Along the sidewalks and cafés of Seine-Saint- Denis, groups of young men, dressed in hoodies and streetwear, talk with remarkable bluntness and honesty about love, desire, sex, and race. As one man says “White people experience love They were taught how.” Made with a shattering level of intimacy, Alice Diop’s film is both a cinepoem and a piercing statement on the nature of disenfranchisement.
Chris Marker’s expansive, nay, insanely encompassing portrait of his friend and colleague, Aleksandr Ivanovich Medvedkin begins with Medvedkin assailing the screen and stating: “Chris, you lazy bastard, why don’t you ever write to me, send me a letter, even that short...” So begins this epistolary film, composed of six different letters, each corresponding to a period of Medvedkin’s life and work. The film is Marker’s post-mortem answer (and tribute).
From Egypt’s post-Arab Spring elections to Israel’s “Apartheid Road” to Turkey’s sprawling Syrian refugee camps, journalist Jesse Rosen- feld moves swiftly between countries and areas of conflict as stories surface. Freelancer on the Front Lines reveals how the news is made and disseminated. More than just informing his readers of disturbing events, Rosenfeld hopes to evoke real change through his writing.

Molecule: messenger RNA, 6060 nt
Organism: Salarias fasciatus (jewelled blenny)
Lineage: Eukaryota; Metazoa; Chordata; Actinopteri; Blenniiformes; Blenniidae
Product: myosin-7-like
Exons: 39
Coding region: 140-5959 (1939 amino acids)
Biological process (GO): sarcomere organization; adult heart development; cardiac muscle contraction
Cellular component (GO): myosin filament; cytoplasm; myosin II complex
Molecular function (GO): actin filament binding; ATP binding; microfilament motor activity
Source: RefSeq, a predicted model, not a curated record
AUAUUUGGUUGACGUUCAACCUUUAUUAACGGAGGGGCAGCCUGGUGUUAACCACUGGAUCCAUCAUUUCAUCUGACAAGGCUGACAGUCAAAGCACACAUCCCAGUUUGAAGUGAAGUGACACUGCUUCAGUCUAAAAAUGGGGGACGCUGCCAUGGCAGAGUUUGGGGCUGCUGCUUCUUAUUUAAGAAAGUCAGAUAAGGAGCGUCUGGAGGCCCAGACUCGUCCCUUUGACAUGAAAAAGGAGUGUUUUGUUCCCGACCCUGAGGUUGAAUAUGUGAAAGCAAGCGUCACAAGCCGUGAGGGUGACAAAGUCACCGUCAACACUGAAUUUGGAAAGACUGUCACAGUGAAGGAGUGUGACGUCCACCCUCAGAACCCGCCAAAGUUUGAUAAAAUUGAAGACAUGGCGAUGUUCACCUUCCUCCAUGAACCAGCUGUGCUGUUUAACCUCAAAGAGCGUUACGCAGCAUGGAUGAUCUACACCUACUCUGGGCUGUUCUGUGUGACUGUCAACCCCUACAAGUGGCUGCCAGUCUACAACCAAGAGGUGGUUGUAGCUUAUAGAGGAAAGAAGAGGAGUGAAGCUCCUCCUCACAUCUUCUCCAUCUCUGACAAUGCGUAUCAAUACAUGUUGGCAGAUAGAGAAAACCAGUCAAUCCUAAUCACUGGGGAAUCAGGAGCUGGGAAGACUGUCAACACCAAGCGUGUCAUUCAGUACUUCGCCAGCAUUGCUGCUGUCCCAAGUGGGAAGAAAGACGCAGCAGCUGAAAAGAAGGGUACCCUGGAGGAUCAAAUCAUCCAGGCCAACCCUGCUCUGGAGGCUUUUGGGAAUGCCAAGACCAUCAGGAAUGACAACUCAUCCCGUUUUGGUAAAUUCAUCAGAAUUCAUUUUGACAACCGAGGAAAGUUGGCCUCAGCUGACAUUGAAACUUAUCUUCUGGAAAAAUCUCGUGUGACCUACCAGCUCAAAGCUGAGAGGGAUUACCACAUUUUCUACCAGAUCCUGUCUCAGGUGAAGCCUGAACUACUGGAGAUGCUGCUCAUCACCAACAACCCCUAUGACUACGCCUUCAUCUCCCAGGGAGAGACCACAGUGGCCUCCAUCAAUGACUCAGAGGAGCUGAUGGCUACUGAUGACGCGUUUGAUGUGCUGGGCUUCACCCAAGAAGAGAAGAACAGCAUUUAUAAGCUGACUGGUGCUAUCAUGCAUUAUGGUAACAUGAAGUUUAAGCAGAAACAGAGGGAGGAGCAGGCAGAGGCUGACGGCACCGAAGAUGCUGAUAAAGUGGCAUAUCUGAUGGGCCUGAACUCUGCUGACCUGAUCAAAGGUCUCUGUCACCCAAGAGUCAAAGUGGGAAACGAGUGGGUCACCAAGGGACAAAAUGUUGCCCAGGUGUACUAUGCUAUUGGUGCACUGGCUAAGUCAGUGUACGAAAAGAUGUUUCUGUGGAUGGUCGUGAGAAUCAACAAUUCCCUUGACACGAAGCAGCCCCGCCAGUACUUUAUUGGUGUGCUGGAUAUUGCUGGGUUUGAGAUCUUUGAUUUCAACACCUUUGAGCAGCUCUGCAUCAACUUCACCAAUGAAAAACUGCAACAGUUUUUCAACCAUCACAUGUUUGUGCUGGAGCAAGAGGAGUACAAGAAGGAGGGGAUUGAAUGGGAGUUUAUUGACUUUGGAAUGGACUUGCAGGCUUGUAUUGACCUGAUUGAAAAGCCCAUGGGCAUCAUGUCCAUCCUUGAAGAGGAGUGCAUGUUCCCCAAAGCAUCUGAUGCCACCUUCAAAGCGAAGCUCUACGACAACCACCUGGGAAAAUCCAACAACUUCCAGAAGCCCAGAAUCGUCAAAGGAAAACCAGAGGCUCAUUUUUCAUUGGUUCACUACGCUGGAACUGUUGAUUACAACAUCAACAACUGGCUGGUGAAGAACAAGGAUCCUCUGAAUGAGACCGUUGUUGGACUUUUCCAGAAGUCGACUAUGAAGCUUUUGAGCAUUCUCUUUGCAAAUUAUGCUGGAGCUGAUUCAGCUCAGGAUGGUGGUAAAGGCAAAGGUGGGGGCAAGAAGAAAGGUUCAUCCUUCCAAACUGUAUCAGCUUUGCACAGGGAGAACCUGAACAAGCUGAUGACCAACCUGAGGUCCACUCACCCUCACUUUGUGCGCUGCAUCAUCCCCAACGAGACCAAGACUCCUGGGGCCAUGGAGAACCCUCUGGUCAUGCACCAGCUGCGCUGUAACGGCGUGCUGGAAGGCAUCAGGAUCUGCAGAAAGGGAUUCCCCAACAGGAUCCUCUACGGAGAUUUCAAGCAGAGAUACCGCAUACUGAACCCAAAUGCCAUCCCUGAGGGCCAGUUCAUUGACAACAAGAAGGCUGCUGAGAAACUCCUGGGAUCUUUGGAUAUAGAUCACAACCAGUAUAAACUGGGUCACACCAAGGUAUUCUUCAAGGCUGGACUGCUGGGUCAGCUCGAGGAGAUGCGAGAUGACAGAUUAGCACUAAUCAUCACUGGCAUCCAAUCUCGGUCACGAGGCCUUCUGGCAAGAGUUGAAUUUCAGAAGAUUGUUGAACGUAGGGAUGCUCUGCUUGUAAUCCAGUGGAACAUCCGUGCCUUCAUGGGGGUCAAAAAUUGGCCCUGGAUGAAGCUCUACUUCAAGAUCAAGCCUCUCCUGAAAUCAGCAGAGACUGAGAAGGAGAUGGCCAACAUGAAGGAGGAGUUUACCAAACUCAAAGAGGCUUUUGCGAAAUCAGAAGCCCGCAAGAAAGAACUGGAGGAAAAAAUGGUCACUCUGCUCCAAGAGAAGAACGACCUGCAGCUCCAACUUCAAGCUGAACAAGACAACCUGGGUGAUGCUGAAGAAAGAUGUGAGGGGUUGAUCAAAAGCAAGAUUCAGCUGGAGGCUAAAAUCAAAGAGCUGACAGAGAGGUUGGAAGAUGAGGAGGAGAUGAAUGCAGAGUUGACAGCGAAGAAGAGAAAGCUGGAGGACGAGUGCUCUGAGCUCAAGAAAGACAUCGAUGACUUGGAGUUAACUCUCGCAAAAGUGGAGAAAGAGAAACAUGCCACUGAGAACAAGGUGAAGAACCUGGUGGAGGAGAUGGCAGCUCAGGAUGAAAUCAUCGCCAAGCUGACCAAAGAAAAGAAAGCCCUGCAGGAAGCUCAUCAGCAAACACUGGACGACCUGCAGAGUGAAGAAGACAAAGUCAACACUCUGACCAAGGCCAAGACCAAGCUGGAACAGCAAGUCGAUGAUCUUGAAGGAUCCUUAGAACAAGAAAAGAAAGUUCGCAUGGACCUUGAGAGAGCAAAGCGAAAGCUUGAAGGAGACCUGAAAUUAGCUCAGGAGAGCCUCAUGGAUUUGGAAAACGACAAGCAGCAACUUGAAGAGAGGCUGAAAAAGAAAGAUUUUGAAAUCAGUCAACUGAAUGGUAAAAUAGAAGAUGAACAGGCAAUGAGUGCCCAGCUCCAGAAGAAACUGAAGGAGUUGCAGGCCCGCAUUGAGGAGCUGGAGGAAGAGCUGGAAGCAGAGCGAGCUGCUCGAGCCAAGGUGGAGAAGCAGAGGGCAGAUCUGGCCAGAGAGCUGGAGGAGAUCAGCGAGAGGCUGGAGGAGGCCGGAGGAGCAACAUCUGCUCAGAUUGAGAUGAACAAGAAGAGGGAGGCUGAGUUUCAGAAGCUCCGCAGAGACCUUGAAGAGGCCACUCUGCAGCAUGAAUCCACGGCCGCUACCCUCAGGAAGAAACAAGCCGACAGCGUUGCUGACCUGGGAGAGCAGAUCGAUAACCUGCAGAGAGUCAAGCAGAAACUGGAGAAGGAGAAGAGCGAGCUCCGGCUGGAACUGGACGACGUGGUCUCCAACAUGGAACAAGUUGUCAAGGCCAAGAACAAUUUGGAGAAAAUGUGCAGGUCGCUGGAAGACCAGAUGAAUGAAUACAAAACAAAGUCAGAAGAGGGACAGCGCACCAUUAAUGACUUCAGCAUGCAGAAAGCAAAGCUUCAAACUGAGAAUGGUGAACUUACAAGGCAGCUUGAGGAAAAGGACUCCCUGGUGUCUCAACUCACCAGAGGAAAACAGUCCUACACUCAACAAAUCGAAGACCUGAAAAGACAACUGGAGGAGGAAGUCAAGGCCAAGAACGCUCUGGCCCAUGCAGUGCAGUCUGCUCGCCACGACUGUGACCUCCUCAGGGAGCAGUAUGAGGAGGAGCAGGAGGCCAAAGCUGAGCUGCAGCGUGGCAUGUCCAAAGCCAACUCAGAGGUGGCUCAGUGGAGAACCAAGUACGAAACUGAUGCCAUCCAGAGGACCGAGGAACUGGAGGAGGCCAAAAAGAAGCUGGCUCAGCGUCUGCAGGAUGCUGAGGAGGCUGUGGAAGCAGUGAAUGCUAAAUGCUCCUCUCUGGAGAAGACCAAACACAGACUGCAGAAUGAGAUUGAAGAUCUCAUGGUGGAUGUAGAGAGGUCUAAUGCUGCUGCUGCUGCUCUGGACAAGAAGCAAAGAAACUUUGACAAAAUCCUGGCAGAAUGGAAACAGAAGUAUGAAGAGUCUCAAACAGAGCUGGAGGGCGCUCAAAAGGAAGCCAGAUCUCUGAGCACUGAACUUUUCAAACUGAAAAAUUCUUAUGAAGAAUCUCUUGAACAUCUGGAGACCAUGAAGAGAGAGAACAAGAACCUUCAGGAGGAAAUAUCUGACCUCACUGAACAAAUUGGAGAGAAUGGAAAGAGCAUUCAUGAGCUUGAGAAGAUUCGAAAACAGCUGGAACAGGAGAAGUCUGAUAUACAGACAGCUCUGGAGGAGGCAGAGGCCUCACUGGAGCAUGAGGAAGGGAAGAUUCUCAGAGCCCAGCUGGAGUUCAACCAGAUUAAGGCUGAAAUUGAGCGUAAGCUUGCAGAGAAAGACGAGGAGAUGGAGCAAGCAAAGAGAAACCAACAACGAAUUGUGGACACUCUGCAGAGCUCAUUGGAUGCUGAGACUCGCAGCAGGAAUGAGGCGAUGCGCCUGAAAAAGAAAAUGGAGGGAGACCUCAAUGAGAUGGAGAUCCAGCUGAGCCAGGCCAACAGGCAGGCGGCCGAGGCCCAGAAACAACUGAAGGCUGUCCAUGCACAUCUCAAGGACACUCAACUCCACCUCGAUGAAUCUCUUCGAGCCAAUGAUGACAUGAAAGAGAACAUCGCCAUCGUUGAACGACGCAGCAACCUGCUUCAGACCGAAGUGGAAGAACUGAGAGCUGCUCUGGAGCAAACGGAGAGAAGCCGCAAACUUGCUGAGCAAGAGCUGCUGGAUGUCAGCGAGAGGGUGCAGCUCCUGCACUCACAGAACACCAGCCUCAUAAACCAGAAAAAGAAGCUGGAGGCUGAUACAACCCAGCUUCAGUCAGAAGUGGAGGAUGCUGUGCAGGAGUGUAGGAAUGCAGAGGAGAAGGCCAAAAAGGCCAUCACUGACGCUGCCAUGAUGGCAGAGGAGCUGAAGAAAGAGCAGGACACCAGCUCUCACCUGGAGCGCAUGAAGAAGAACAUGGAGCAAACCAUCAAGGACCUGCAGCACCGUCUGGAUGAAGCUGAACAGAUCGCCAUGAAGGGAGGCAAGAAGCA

Yan Chun Su observes the last of Tibet’s drokpa (nomads) as they lead herds of yak and sheep over hilly grasslands. No longer limitless, the drokpa move across the section of pasture randomly allotted to them by the Chinese government. The film captures the last years of an agentive people caught inside a political and ecological landscape beyond their control.
Dolores Huerta may just be the most vocal activist you’ve never heard of. Along with Cesar Chavez, Huerta was responsible for organizing minority farm workers all across California and founding United Farm Workers Dolores is a vibrant and long overdue tribute to a trailblazing 20th century feminist.
For two years, Belgian director Jérôme le Maire followed the members of a surgical unit at one of Paris’ biggest hospitals. The result is gripping and infuriating, tragic and ridiculous. It’s like ER meets The Office, as directed by D. A. Pennebaker.
Without preamble, Ambulance opens on a community in panic. A bomb has just fallen, turning the home of filmmaker Mohamed Jabaly’s neighbour into a pile of rubble. So begins a close-up view of war that barely gives us time to catch our breath, let alone consider the broader context.